History and significance of the letter J
The letter J is a consonant and, as the newest addition to the alphabet, one of the least used.
In English, the letter J is followed by a vowel.
English words do not end in the letter J. Words ending in a “dzh” sound are spelled with a g followed by an e to make a soft g or j sound.
edge, forge, fudge, sludge
hadj [Arabic], raj [Hindi]
The letter J was originally used as a variation of the letter I, to create a distinctive ending to lower case Roman numerals, e.g., “xviij” for “18”. Other than that, classical Latin did not have a letter J until Latin scholars started to add them.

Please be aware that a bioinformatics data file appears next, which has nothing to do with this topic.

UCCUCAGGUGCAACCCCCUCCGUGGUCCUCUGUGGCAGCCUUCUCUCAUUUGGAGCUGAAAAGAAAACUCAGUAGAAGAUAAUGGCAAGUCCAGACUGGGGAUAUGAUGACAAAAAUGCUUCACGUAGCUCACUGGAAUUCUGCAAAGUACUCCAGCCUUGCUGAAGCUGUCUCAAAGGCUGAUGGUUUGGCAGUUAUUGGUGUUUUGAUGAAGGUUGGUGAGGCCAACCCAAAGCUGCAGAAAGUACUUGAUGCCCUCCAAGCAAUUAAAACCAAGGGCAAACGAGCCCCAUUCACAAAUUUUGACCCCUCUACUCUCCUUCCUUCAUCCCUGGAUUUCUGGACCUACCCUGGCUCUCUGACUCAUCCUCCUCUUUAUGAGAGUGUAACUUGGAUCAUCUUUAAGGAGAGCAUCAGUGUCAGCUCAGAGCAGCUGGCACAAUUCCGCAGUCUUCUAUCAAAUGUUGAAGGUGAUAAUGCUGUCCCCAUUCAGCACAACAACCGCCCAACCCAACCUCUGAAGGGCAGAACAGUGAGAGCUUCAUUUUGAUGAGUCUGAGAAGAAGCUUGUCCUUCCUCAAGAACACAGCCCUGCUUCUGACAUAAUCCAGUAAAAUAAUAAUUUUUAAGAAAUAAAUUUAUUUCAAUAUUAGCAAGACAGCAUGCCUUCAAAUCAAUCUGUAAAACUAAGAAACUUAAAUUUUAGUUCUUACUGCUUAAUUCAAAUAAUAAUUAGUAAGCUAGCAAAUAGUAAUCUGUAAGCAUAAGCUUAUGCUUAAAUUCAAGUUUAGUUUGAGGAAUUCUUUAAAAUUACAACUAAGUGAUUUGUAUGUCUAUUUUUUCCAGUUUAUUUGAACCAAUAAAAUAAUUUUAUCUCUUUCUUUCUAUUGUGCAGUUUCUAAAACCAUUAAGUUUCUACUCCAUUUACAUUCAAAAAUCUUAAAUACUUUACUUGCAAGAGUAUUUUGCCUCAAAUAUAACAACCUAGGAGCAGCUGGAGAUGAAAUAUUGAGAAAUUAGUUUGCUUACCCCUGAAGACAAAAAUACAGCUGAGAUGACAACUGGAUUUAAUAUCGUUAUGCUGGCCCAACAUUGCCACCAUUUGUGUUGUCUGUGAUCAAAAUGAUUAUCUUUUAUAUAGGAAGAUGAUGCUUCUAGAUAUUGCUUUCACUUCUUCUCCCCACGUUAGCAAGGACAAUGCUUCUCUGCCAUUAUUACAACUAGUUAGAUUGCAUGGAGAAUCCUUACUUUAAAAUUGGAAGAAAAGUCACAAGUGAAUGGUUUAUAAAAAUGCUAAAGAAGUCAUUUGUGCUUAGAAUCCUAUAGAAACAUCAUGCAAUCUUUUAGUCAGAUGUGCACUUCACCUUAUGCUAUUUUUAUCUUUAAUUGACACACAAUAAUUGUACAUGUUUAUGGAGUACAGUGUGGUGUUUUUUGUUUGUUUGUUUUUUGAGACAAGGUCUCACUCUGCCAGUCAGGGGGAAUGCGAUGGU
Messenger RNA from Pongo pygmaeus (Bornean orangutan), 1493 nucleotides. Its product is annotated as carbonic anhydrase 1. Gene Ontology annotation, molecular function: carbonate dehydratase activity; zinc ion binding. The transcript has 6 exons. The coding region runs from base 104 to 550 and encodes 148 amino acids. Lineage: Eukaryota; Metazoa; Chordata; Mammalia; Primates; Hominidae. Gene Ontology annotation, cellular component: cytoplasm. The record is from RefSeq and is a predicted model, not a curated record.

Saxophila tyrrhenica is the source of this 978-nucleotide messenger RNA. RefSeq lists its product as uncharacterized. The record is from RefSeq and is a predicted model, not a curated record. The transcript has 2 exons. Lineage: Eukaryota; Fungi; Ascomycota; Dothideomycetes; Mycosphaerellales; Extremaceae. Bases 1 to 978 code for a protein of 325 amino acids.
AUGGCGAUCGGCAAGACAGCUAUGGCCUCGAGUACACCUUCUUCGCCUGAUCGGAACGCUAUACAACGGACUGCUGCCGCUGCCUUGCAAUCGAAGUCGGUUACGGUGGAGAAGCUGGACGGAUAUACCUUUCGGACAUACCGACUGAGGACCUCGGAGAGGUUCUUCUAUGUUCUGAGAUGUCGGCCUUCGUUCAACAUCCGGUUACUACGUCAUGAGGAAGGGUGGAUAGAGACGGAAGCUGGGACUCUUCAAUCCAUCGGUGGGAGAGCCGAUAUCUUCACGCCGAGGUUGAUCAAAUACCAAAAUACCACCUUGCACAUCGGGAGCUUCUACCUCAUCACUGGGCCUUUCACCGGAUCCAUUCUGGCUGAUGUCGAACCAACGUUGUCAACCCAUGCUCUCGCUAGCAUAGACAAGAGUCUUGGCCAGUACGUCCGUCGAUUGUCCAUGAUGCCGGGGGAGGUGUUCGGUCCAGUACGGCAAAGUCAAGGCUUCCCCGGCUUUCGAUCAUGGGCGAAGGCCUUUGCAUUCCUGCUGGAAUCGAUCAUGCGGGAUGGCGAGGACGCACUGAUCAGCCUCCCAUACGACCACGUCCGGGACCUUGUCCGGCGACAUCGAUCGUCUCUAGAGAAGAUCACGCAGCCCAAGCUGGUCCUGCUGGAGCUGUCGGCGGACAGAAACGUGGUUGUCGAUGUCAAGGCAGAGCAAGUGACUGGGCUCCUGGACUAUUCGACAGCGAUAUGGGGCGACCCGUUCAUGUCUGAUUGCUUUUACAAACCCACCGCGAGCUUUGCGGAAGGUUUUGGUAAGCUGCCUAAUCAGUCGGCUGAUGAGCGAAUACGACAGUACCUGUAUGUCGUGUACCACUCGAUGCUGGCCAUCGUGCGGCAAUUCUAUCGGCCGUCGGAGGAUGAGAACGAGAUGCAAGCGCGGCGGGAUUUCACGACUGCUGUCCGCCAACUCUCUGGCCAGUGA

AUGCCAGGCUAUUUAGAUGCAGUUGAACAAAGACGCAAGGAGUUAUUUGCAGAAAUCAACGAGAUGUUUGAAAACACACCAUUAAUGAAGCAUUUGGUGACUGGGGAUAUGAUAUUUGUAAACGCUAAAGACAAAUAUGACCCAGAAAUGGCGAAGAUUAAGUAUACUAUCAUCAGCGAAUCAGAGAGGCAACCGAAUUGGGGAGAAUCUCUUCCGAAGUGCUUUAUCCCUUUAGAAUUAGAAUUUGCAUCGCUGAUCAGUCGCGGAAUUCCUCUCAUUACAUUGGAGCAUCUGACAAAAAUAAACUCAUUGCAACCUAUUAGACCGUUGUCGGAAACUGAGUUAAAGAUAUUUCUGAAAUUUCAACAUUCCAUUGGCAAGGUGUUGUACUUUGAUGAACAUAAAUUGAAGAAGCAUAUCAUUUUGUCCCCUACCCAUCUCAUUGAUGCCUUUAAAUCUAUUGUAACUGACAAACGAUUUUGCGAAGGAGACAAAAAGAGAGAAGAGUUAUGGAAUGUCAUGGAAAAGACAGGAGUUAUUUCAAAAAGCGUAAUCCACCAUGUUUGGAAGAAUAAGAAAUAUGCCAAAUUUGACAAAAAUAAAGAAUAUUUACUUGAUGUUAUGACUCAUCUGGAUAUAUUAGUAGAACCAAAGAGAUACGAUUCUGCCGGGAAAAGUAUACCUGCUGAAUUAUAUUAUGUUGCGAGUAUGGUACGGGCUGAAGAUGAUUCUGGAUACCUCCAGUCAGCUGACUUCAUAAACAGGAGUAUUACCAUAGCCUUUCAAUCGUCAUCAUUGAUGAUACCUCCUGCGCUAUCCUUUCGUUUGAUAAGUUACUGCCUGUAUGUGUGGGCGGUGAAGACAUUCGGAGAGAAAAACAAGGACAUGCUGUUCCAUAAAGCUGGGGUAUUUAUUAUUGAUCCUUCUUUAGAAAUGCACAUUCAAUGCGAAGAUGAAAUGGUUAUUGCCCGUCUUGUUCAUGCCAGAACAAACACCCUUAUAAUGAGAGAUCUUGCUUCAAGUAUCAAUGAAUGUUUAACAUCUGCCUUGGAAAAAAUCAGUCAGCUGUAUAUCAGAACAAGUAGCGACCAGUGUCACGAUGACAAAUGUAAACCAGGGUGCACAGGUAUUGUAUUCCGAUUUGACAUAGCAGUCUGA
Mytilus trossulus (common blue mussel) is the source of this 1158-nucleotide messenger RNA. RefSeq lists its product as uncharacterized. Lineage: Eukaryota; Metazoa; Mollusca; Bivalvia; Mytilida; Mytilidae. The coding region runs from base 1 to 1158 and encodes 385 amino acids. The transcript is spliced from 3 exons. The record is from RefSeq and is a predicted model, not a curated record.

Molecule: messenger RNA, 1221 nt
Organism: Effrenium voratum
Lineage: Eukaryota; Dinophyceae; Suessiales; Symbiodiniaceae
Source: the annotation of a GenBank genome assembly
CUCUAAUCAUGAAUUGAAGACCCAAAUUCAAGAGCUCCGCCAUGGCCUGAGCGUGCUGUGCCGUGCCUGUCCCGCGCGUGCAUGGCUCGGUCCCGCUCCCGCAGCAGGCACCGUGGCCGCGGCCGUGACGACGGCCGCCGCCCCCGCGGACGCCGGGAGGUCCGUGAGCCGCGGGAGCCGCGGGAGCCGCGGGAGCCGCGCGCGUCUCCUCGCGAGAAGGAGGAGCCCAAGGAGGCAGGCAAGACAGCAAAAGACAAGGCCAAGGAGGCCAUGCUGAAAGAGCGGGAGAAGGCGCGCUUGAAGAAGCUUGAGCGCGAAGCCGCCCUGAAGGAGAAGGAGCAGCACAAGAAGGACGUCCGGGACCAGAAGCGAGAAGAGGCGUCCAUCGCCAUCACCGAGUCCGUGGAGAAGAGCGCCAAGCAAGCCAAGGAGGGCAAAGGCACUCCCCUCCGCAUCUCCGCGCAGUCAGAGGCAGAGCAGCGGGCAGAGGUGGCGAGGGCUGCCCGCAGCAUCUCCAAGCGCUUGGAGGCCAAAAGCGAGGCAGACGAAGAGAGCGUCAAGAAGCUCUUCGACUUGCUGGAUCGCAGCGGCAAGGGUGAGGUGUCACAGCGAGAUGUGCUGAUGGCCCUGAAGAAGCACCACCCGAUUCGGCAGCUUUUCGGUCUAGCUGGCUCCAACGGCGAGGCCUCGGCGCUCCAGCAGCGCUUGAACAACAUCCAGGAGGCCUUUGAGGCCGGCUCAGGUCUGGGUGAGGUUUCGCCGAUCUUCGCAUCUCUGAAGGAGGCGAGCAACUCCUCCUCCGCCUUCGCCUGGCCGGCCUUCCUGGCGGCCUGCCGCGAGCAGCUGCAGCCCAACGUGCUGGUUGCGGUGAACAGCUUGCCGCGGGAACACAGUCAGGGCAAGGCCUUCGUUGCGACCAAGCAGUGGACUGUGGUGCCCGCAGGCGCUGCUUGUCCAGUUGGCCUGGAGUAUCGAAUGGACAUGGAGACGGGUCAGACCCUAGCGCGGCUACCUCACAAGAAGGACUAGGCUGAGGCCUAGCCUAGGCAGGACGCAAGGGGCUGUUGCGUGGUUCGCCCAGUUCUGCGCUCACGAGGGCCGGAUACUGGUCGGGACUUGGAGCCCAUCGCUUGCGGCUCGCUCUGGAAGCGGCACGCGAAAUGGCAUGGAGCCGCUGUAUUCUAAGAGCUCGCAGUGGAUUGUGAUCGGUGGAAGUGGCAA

In 1524, the letter J began to be used as a distinct letter in Renaissance Italian and Middle High German. In English, too, the letter J became useful as new sounds entered the language, starting in 1634. Before that, for example, “JUSTICE” was written as “IVSTICE”. The vowel I, used as a consonant, came to be expressed as a J.
Other languages have adopted the letter J but pronounce it differently. Some languages, for example, modern Celtic, do not use J except in proper names.
Fun J words
Special reading assignment
- A junction is a crossroad or intersection. A junction box is something else.
- The name of the first month of the year, January, is taken from the Roman Janus, a diety with two faces, one looking forward and the other back.
- The month of June is named after Roman goddess Juno, wife of Jupiter.
- The month of July is named after Roman emperor Julius Caesar (b. 100 BC; d. 44 BC).